Hon. Lemuel Hooper, J. P., on Matrimony
by Ellis Parker Butler
Our eminent jurist, Justice of the Peace Hooper, had been reading one of the recent realistic novels, but he put down the book and swung his swivel chair to give ear to Court-officer Durfey.
"If it please your honor," said Durfey, grinning as he indicated the young man and woman standing just inside the courtroom door, "them kids would like to be joined together by the holy bonds of matrimony."
"By the what?" asked Judge Hooper.
"By the holy bonds of matrimony," repeated Durfey.
"Durfey," said Judge Hooper severely, "you disgrace this court by coming to me with such a request. You are a hopeless back-number, Durfey. I have been reading this book and others of the same breed and I am educated. The petition is rejected until it is amended by the elimination of 'holy' and 'bonds.' And while you are about it, Durfey, you might as well eliminate the 'matrimony.' According to the best realists there is no such thing. What these young folks want is a license to commit divorce."
"Well, I dunno," said Durfey. "They said they wanted to be married."
"Married!" exclaimed Judge Hooper. "And have they properly prepared for the muss? Have they read the guidebooks? Have they perused the volumes produced by the bright young minds of the day -- some of them almost through cutting their eyeteeth -- on the lives and crimes of two hearts that beat as one? Do they know how modern married life is conducted in the best realistic novels?
"They do not, Durfey! I can see by the look of them that they are no worse than they should be. Their married life would be a mid-Victorian disgrace. The poor untutored things are liable to live together in helpful amity and decency for the rest of their lives. They don't know what's what in the best realistic circles.
"And you are no better than they are, Durfey. You don't conduct yourself with the opprobrium and shamelessness due from a husband having easy access to the fiction shelves of the Riverbank Public Library. Not once have you asked me for time off to elope with your neighbor's wife. How can you expect to brighten your home with the proper grade of bigamy and adultery if you don't read the instruction books our younger set of literati are sitting up nights to write for you? I'll bet the moral atmosphere of your home wouldn't so much as poison a canary, let alone qualify the goldfish to be interesting witnesses in a divorce court. You're a dead one, Durfey!
"The trouble with you, Durfey, is that you are bone-headed and can't take in the truth when it is spilled on you. You go here and you go there and you see ninety-nine one-hundredths of your friends and neighbors living in married love and content and, in your poor untutored way, you think it is real. Because they have children and love them, and homes and are happy in them, you think that is real and exists. You're wrong! Because you can see for yourself that nearly everyone is still decent you think nearly everyone is still decent. You're wrong, Durfey! There's nothing real but what is set down in the realists' novel books. The novel writers say so and they ought to know; they wrote the books. And they get the royalties on them, Durfey.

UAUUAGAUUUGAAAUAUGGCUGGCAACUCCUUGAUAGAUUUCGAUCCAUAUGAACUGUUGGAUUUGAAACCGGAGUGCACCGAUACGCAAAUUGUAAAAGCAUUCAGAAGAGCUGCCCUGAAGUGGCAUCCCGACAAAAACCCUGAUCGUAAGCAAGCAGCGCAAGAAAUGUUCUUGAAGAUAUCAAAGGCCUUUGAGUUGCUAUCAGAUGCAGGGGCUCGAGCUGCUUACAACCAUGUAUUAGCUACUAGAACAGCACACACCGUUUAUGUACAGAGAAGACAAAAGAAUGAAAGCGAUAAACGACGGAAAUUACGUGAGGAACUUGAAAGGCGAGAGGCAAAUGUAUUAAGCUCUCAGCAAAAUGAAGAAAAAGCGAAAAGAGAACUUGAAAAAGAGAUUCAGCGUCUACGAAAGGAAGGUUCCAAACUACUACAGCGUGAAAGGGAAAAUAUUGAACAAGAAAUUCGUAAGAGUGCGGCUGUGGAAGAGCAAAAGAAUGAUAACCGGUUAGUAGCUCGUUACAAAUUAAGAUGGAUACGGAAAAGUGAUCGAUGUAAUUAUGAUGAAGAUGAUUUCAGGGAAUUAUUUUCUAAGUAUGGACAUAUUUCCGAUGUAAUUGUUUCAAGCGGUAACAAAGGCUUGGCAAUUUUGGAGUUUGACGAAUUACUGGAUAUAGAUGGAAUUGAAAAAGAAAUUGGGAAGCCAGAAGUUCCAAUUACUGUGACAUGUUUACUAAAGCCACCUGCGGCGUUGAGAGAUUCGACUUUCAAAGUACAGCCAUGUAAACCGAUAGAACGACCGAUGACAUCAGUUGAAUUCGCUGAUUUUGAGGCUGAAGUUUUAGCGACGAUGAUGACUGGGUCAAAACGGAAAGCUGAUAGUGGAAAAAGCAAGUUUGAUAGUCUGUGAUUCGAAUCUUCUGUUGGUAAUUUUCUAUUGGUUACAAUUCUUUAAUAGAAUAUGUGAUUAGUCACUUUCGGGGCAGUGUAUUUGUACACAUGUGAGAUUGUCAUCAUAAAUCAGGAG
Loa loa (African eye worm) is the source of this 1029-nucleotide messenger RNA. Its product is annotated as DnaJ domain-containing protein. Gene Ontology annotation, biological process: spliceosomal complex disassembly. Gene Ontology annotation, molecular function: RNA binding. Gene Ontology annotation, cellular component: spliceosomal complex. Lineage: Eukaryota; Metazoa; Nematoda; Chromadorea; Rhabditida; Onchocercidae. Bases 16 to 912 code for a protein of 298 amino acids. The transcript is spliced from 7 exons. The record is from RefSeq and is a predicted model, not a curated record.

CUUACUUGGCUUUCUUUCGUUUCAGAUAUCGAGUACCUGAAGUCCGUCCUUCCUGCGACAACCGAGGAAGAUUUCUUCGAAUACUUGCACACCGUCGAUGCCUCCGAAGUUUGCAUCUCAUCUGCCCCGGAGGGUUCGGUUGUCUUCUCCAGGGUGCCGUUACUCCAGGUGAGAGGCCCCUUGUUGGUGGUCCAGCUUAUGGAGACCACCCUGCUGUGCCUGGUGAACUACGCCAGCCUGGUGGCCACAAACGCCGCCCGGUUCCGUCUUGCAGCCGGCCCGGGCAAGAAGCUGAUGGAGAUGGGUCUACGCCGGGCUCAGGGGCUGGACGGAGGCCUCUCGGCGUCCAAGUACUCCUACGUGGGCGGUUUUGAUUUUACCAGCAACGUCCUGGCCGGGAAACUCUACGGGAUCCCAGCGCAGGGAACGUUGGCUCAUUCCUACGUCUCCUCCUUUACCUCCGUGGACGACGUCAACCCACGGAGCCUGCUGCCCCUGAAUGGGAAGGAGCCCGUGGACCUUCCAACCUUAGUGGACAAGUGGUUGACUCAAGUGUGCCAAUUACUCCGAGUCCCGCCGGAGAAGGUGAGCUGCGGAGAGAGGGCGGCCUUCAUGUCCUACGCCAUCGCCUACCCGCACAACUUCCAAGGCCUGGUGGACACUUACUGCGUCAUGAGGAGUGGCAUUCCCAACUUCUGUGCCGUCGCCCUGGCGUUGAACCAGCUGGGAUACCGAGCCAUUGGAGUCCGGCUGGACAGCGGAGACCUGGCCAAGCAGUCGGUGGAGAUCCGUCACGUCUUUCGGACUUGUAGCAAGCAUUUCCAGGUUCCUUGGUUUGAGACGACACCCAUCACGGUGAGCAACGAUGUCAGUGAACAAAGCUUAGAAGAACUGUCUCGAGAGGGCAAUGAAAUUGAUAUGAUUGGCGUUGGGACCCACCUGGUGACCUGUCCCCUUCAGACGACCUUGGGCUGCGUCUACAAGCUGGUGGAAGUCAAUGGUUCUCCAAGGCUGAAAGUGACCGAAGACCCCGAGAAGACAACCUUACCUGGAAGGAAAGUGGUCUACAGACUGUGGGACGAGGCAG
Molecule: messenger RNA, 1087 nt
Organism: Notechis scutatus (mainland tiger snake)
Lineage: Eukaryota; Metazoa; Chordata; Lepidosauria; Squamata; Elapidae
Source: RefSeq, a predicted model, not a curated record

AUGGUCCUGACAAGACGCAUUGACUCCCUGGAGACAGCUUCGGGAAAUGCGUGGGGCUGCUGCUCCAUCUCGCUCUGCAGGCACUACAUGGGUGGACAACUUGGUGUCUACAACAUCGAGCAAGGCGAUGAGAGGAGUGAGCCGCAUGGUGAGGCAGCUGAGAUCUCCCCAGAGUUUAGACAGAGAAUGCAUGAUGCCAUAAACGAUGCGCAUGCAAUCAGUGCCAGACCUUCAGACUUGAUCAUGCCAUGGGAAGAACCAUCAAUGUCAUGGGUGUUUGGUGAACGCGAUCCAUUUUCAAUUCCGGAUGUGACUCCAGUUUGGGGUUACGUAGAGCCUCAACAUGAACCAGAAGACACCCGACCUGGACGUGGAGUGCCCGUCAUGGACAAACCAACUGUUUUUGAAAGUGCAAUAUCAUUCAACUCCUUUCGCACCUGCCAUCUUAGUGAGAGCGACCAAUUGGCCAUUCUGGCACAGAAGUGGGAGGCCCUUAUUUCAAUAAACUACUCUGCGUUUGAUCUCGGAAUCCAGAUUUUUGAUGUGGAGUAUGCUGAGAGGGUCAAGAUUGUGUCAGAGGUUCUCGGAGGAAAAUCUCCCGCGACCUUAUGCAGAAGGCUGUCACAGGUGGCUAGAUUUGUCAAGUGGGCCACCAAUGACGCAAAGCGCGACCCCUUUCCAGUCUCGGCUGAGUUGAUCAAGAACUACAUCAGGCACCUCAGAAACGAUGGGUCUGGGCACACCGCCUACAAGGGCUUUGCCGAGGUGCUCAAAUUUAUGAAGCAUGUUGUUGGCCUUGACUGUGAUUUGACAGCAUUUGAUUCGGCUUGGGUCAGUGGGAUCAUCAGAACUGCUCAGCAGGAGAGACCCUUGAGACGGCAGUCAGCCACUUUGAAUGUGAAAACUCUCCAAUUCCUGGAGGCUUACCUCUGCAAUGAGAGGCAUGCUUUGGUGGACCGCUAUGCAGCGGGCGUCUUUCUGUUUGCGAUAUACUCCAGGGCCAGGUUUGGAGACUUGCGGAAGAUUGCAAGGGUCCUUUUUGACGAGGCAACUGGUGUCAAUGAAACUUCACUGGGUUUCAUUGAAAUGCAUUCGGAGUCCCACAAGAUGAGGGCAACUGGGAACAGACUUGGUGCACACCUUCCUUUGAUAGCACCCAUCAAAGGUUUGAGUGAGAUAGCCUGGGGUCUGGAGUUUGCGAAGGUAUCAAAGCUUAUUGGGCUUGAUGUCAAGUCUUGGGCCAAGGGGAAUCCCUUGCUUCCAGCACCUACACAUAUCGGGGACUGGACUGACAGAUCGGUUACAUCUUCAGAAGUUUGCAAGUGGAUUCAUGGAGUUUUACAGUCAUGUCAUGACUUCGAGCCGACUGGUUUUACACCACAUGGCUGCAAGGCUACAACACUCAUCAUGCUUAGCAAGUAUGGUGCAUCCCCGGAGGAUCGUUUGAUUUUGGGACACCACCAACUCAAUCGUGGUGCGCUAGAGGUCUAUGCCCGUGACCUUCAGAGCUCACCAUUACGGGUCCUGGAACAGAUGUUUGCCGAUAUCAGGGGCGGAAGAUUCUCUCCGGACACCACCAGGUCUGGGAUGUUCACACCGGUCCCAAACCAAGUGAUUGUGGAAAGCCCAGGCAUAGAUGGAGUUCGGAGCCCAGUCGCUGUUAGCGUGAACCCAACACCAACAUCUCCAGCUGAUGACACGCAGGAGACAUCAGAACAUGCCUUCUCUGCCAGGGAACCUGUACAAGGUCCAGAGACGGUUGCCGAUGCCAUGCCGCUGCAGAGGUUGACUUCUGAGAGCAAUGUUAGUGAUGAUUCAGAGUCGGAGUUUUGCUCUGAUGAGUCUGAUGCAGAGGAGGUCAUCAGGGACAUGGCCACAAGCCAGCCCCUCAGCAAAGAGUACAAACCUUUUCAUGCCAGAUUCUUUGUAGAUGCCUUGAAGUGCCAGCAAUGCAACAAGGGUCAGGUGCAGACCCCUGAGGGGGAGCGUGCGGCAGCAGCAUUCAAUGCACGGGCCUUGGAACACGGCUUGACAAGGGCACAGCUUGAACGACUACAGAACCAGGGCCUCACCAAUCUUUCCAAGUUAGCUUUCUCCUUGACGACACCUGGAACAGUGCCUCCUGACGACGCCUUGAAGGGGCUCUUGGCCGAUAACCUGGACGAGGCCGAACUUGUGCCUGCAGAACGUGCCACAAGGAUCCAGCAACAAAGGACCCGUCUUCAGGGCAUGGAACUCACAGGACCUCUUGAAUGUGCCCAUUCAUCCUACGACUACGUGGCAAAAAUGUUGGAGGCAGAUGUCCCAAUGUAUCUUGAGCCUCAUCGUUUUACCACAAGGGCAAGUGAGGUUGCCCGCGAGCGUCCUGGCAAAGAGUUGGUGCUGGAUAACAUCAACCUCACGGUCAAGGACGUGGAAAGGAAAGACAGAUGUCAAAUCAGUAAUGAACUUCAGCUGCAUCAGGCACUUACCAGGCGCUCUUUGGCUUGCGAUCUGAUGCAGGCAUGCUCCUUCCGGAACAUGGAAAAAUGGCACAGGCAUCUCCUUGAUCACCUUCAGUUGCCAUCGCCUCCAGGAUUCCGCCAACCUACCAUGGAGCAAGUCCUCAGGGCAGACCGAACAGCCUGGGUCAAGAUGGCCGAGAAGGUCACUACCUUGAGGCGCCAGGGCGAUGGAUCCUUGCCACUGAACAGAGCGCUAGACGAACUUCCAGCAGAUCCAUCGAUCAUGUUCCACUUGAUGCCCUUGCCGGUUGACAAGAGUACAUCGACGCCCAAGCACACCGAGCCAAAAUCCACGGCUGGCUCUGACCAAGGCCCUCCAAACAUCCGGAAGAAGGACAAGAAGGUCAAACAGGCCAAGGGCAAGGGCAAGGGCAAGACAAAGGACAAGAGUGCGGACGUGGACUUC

"It is time you learned, Durfey, that all marriage is of two sorts, the real and the unreal. There's the real kind, that is told about in the books I'd be ashamed to read aloud to my wife, and there's the kind everybody outside of those books is living day by day in the strange misapprehension that it exists. It does not; those bonny boys, the realists, could tell you so. It never did. It is nothing but cheap romantic fiction nonsense of the old and forgotten school. You can't be real unless you are drunk, disorderly, or indecent.
"I bet you don't know whether Freud is a cloak-and-suit maker or one of the men let out of jail when Debs was. I bet you don't know that if you eat the three pieces of mince pie you find in the ice-box before going to bed and dream of an elephant sitting on your stomach the only hope for you is to cart your repressed emotion next door and get rid of it by eloping with the lady of the house or anyone else that uses a lip-stick.
"I honor these young realists, Durfey. They are sworn to tell the truth and they'll do it, whether it is the truth or not, so long as it smells strong enough to penetrate their nostrils, but most of them can't smell anything weaker than a dead cabbage. Not one of them but will fearlessly call a spade a manure fork. Not one but is ready, at whatever cost to the publisher, to describe life as he sees it from the bottom of his own garbage can. Shoulder to shoulder they march dauntlessly across any intervening flowerbeds to unlimber their typewriters on top of the garbage dump.
"Their imperishable works, Durfey, will last forever. I would mention the names of a few of them but unfortunately they have slipped my memory. They have established a school of literature that will never decay, or not until five o'clock tomorrow -- or was it eight o'clock yesterday? They carry the glad tidings that 'tis only interesting to be vile and that if the husband is not a bad egg the wife is sure to be, if not both. If you're not, your wife is."
"That's not so, your honor," he said.
"What! What!" exclaimed Judge Hooper. "You don't believe me?"
"No, sir; I know better," said Durfey.
"Well, maybe that's why we don't take much stock in these realists, Durfey; maybe we know better," said the judge.